If you’re a member of your Homeowners Association board, you probably know it’s not always clear sailing when it comes to dealing with neighbor-on-neighbor complaints. If you’re like every other association, you probably get your fair share of complaints about pets, smoking, parking issues, various odors, and maintenance concerns. When a member is tired of listening to their heavy-footed upstairs neighbor or can’t stand the sight of a poorly constructed fence, they inevitably turn to the HOA to fix the problem.

One of the prime duties of the HOA is to enforce the Covenants, Conditions and Restrictions (CC&Rs) that all members must abide by. There are steps the board can take to ensure compliance, including imposing fines for serious violations. It can be difficult, however, to know when to step in – and when to leave members to resolve a disagreement among themselves.

When to Act

The HOA board is guided by the need to act in the best interests of the association, and that means taking into consideration the needs of all its members. Most, therefore, will be reluctant to get involved in what appears to be a minor dispute between two neighbors who just can’t seem to get along. For instance, an isolated noise complaint that nobody else seems to care about probably doesn’t justify intervention from the HOA. 

Courts generally agree that the HOA has a fair amount of discretion and doesn’t have to act on every complaint. Start by determining whether the complaint involves something that is specifically prohibited by the CC&Rs and could lead to fines or other sanctions. If the rules provide for a penalty when they’re broken, it’s a clue that the association should be serious about enforcement. Also consider whether the matter at hand could impact the well-being of several members of the community. Finally, the association should probably take further action if the claim alleges a breach of any applicable laws like the Fair Housing Act.

Investigate the Facts

It is important that the decision of whether to act on a complaint be fully informed and made in good faith. The complaint should be documented in writing, and someone assigned to gather information in a timely manner. This could be a member of the management team, or someone from the board of directors.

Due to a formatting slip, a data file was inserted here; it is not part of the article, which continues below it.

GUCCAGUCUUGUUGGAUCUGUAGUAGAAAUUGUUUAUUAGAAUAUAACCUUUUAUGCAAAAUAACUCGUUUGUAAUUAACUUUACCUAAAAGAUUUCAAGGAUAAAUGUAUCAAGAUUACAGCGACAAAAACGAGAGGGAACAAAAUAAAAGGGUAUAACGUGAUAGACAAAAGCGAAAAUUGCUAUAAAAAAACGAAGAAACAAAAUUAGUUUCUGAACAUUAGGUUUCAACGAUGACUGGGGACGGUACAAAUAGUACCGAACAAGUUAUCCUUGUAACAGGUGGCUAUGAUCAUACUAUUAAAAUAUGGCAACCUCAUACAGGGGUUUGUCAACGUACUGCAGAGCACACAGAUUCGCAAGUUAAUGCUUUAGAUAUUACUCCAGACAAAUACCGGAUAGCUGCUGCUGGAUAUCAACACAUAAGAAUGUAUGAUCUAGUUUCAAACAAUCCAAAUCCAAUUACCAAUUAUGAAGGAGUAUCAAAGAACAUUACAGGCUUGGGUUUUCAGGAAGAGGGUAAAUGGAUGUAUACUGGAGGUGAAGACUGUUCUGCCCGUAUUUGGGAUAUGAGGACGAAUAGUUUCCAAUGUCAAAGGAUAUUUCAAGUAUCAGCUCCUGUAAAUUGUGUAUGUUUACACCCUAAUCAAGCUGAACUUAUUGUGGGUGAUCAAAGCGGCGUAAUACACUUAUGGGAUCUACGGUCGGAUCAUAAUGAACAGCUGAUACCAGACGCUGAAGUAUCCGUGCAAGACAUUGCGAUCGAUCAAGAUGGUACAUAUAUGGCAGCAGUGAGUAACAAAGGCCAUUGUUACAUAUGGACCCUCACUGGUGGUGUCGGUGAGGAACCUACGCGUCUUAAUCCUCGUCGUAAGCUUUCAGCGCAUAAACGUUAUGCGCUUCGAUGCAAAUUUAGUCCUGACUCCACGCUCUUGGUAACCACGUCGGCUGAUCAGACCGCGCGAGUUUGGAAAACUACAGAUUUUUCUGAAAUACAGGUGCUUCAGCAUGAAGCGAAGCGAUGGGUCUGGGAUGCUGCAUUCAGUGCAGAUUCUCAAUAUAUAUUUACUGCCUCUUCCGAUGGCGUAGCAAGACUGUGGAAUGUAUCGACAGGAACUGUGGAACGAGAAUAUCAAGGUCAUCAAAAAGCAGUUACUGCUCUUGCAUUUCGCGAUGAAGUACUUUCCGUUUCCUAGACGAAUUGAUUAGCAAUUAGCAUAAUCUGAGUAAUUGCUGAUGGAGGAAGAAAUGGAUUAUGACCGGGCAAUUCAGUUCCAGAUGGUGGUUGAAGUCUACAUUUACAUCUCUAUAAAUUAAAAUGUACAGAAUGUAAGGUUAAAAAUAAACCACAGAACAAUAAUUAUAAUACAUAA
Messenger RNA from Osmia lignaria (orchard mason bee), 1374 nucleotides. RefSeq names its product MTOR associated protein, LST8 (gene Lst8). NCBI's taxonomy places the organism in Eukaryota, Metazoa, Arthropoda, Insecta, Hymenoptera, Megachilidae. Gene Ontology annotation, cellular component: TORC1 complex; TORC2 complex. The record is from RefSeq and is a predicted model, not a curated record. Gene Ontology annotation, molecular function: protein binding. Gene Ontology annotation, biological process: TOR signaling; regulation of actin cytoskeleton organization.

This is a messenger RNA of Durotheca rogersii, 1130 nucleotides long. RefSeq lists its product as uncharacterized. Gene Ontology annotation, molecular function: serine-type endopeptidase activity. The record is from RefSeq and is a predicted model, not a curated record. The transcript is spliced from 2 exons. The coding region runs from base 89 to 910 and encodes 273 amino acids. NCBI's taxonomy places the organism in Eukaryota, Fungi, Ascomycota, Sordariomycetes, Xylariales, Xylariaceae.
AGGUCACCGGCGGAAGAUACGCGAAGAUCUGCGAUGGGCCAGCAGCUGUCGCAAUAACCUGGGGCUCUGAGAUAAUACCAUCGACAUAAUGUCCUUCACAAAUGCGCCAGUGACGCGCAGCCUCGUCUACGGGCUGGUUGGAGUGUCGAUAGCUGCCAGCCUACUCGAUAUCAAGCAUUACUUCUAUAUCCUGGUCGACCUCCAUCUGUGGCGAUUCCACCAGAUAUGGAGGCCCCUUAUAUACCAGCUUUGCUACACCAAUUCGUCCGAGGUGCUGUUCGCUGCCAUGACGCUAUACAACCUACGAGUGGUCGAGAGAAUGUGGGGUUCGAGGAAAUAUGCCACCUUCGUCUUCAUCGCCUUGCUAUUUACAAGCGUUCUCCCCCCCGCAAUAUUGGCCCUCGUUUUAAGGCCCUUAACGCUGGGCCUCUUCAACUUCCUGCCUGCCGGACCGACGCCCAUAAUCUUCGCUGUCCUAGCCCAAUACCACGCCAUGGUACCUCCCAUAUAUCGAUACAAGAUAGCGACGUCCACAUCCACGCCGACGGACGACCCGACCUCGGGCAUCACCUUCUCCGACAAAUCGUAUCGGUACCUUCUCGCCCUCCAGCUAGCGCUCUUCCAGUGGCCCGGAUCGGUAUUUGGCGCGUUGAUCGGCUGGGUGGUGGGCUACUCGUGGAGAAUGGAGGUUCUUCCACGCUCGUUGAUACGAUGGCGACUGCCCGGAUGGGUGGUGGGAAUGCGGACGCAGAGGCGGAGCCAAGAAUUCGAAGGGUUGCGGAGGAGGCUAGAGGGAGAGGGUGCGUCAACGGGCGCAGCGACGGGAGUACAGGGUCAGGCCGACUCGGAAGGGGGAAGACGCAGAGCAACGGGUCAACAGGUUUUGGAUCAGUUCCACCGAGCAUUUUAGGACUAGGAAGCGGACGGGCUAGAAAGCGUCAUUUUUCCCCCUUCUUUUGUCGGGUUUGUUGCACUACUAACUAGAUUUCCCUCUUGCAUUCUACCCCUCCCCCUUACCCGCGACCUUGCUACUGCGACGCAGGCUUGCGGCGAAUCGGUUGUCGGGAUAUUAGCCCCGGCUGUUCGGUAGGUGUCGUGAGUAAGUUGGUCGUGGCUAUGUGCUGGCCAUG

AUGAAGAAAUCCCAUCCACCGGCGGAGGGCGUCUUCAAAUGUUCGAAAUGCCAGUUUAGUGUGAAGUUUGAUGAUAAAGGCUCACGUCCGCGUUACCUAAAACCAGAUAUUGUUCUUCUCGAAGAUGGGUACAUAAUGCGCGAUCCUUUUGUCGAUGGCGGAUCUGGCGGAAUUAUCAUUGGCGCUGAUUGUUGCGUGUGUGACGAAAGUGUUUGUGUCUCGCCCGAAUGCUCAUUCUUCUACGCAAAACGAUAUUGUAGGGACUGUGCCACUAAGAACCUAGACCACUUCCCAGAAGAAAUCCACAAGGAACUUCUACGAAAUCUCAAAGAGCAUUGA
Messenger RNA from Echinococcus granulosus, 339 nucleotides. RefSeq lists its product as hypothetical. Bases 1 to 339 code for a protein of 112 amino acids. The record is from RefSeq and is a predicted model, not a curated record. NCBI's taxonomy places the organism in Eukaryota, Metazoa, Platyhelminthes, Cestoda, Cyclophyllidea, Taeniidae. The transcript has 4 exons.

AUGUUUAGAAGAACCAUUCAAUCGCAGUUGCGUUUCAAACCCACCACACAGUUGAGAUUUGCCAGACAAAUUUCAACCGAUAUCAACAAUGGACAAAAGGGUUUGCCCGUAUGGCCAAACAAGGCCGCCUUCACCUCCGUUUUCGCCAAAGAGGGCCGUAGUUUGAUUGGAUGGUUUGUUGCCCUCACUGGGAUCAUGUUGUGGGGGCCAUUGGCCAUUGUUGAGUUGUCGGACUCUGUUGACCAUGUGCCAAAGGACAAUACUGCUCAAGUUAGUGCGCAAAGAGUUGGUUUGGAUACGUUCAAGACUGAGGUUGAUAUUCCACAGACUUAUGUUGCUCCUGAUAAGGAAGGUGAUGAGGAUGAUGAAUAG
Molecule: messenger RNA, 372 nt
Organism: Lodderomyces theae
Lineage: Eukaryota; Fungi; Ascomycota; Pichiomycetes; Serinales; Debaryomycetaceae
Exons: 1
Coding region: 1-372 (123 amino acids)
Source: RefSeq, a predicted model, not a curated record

The main thing is to ensure that when the board meets to determine whether to get involved, they have all the facts before them. This includes knowing the exact nature of the allegations, whether there are health and safety concerns, whether this is a recurring problem, and how many people are involved. The alleged offender(s) should also be given the opportunity to comment on the complaint and give their side of the story.

Make a Determination

The board has several options about what to do next and, once all the facts have been gathered, they should meet to make a decision. In many cases, it may be enough to call a meeting between those involved and try to find an amicable solution. Alternatively, the matter could be resolved with the help of a mediator. If there has been a clear violation of the CC&Rs, the board may simply decide to impose the appropriate fine or penalty.

Regardless of the board’s decision, its determination should be provided to both the complainant and alleged offender in writing. The report should indicate that the complaint has been considered impartially and give the reasons for which further actions will (or will not) be taken.

All HOAs should have a written policy on how to deal with neighbor-on-neighbor complaints. A policy helps deflect accusations of bias and gives members the comfort of knowing that all complaints are dealt with in the same way. This policy should be drafted by an attorney to ensure that the process is practical, even-handed and complete. Any misgivings about whether to act on a complaint should also be discussed with an attorney. Getting professional advice will help to shield the association from an escalation of the problem, including future litigation by an unhappy homeowner.

 

 

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